An Australian animal health company that received startup funding from the city and county appears to have closed its Lawrence headquarters, raising the question of whether some of the money should be paid back.
The company, Integrated Animal Health, announced it would move its global headquarters to Lawrence in 2015. The City of Lawrence and Douglas County subsequently approved incentives for the company, including a $100,000 forgivable loan, subject to a three-year performance agreement. The city and county also agreed to subsidize the company’s rent in the Bioscience and Technology Business Center on the University Kansas campus for three years.
Assistant City Manager Diane Stoddard said that the company indicated it met performance requirements for the first two years, but the city believes the company stopped operating in late 2017. Stoddard said that would mean the company did not meet requirements for the loan in its third year, potentially allowing the city and county to claw back a third of the funding, or about $33,333.
Stoddard said that the company’s performance agreement is measured on a midyear basis, so it has until the end of May to show it met requirements, but that is not expected. Stoddard said that the city has a close working relationship with the BTBC and was notified late last year that there had not been a lot of activity at the company’s location and that one of the principals had left the company.
“We’ve been trying to get a formal response from the company, which we have not received at this point, about the status of things,” Stoddard said. “Our understanding is that they are no longer operating.”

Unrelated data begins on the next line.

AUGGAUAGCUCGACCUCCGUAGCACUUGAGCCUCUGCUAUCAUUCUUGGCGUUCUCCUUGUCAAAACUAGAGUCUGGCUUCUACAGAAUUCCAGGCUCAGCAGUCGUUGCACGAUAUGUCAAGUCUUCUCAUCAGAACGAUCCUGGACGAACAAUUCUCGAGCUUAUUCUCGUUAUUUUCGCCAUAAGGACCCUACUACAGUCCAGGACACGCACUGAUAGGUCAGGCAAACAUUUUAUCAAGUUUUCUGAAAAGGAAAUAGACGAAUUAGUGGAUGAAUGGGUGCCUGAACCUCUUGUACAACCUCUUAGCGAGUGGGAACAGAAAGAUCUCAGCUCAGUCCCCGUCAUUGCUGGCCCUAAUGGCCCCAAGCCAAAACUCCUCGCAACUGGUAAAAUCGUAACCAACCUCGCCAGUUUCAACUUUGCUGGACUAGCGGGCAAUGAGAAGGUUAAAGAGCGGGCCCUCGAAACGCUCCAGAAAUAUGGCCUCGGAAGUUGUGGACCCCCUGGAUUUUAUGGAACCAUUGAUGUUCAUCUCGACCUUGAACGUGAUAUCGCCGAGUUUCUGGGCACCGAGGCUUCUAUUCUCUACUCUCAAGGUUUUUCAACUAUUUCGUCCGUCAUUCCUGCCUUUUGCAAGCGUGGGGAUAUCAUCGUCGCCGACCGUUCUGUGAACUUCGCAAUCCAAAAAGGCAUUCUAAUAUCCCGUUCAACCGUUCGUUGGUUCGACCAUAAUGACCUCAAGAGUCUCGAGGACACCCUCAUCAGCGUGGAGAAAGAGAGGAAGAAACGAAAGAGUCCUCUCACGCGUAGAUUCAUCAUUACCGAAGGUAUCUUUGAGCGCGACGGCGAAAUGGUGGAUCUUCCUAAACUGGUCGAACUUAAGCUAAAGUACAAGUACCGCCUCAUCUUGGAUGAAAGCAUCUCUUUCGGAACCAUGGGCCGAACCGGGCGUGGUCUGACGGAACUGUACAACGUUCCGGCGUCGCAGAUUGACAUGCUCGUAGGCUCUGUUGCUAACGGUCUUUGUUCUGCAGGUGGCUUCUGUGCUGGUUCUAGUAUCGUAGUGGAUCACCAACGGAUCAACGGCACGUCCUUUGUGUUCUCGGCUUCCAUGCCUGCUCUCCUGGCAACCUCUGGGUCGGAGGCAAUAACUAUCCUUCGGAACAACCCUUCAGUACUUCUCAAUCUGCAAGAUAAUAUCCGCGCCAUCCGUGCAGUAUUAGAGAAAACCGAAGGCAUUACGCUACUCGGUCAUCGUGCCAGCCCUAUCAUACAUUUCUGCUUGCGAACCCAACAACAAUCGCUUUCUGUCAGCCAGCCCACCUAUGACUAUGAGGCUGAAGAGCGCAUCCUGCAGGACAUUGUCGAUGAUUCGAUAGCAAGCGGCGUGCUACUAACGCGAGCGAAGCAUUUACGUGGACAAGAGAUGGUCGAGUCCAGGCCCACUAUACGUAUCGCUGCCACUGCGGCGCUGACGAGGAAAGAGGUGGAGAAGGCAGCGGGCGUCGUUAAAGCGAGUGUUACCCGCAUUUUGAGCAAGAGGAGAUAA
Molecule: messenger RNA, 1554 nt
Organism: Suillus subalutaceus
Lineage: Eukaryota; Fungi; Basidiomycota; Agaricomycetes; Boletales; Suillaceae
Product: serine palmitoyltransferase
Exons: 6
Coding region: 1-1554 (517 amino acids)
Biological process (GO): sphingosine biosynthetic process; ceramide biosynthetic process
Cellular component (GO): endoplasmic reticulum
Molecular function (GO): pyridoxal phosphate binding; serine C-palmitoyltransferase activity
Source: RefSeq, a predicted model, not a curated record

Stoddard said the city would definitely look at all options as far as repayment to the city and county, which equally funded the $100,000 forgivable loan. Stoddard said the city stopped paying its share of the rent subsidy in October 2017, but had paid a total of about $33,000 toward the company’s rent up to that point.
The Kansas secretary of state’s website lists the company’s status as “delinquent,” and the company’s annual report was not filed for 2017 or the current year. The company appears to still be operating in Australia.
Blake Hawley, the former CEO of the company’s North and South American operations, told the Journal-World that he and members of the company’s local board resigned last year amid financial questions related to the company’s founder. Hawley said it is his understanding that the company will be formally shut down effective in June due to a failure to pay state and federal taxes.
The company, which worked with pharmaceuticals for animals, announced it would move its global headquarters to Lawrence in April 2015. At the time, plans were for the company to employ two to five people in the near term and to grow in future years to about 50 employees and a $4 million annual payroll.
City staff reported to the Lawrence City Commission this week that they understood that company was no longer operating, and noted that the city and county are currently reviewing options for the potential claw back of funding related to the third year of performance. The report states more information will be provided as options are determined.